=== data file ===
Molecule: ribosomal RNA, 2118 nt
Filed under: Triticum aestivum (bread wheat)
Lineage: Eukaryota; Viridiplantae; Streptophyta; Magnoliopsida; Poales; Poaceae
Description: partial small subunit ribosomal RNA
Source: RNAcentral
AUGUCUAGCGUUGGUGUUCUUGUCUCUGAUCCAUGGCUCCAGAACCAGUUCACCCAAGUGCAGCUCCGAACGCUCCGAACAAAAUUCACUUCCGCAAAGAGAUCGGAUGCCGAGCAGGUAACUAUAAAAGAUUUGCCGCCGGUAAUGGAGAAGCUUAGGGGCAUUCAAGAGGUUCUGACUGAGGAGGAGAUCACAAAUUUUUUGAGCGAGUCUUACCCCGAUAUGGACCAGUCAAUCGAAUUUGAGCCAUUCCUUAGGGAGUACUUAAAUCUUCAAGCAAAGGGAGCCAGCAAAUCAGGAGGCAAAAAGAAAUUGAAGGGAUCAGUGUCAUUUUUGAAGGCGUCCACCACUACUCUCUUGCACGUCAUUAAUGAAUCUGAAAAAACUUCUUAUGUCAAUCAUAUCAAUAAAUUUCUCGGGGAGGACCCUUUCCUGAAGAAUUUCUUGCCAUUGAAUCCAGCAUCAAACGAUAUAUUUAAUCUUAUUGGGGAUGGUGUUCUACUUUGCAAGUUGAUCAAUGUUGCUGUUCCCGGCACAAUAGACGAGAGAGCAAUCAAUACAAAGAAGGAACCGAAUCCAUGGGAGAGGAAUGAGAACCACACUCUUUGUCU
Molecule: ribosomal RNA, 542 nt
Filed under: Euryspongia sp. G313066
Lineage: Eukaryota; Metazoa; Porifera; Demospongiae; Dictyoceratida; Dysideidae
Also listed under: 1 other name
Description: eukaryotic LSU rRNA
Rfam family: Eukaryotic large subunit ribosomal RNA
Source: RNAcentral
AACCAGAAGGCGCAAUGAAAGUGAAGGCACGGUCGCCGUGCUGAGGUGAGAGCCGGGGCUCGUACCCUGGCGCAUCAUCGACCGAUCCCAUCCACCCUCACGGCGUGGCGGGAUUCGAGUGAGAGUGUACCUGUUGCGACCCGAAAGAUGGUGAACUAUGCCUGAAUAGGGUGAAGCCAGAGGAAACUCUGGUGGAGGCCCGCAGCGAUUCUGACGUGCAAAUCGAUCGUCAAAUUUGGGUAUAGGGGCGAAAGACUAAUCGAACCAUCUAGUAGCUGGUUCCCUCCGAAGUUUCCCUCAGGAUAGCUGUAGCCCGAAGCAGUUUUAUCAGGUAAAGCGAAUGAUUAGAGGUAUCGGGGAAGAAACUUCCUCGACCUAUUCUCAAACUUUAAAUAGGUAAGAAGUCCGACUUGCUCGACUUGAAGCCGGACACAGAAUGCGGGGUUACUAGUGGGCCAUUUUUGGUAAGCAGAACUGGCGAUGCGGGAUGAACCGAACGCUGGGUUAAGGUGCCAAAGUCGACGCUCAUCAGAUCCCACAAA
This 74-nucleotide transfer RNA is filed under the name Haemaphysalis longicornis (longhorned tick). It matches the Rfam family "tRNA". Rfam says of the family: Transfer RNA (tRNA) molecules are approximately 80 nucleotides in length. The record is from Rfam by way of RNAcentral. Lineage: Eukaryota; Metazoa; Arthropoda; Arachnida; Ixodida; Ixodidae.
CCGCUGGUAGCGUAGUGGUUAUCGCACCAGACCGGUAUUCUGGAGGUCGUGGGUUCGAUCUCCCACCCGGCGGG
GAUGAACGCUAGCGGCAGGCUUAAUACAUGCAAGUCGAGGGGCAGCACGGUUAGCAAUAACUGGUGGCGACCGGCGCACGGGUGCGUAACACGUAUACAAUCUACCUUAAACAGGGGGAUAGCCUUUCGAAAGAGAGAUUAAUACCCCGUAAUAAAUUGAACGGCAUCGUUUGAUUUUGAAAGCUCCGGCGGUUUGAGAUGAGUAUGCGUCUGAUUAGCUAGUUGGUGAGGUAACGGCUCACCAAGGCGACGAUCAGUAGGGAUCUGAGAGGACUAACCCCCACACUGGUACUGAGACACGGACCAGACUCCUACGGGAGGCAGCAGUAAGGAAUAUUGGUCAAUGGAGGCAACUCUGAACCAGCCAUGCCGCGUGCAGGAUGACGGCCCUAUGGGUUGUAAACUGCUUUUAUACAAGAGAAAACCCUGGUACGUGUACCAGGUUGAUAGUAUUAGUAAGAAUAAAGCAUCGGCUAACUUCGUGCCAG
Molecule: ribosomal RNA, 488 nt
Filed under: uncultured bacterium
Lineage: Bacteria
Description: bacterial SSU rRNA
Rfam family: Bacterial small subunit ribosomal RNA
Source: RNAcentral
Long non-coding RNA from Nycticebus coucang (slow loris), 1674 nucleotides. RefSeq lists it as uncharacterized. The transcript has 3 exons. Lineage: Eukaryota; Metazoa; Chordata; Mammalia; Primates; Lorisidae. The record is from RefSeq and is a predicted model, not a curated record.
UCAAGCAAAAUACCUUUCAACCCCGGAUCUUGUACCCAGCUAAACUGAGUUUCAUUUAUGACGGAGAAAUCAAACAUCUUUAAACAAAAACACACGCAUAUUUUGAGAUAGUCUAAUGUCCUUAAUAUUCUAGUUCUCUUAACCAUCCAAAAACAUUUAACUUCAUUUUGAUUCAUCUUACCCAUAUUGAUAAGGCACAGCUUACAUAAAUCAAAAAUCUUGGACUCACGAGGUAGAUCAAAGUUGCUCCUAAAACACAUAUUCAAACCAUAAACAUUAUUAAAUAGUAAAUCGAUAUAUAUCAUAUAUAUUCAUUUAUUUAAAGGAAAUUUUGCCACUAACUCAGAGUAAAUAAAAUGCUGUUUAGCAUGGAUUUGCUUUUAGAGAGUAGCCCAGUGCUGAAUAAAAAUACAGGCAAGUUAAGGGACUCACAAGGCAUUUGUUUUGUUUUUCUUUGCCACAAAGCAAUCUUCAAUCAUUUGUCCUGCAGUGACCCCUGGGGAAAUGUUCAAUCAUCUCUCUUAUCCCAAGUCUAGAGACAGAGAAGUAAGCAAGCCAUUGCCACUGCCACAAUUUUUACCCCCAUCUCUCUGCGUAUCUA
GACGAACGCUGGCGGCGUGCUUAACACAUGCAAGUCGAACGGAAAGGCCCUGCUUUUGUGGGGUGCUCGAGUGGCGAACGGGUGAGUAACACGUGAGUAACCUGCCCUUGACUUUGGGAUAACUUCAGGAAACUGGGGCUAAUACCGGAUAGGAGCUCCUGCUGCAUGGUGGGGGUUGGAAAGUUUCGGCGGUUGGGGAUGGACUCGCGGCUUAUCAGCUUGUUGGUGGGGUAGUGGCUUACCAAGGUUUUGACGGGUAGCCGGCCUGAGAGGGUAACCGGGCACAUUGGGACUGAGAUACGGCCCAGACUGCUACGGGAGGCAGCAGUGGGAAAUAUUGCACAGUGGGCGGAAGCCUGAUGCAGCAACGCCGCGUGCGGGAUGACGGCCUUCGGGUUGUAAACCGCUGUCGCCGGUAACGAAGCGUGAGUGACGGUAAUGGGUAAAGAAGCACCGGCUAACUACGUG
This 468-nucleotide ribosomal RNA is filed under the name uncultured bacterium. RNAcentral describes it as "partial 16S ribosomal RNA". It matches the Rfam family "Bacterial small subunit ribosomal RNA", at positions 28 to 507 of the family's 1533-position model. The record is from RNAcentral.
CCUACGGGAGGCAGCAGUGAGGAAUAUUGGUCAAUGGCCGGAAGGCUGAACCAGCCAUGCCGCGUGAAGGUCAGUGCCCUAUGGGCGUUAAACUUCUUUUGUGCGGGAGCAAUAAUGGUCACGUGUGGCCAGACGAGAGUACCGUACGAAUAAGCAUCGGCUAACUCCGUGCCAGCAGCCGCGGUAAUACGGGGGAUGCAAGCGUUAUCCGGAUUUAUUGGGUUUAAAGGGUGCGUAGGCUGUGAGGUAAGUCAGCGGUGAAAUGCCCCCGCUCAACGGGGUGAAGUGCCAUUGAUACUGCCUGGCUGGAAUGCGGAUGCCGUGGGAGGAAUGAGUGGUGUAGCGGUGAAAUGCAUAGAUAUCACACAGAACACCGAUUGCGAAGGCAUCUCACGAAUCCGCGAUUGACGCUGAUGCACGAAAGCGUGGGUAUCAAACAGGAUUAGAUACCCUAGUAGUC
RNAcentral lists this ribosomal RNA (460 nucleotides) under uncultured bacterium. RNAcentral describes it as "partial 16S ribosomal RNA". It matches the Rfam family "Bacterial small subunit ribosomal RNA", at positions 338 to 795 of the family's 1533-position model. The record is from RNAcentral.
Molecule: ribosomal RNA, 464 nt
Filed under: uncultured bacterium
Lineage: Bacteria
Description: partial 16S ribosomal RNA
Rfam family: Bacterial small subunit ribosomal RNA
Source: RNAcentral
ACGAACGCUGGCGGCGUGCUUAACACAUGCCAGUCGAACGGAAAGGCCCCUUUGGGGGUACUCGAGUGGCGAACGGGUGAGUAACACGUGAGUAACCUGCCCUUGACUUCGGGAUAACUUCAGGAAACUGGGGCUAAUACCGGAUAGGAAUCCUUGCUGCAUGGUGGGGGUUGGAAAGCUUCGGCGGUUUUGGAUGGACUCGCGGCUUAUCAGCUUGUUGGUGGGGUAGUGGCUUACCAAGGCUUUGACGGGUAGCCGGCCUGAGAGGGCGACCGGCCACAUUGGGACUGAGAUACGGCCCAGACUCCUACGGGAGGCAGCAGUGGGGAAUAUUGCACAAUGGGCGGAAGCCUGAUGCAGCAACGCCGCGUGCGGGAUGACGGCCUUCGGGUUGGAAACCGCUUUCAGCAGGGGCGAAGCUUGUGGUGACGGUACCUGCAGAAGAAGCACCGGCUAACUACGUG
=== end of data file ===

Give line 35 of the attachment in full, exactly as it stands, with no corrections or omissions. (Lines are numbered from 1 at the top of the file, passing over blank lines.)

Source: RNAcentral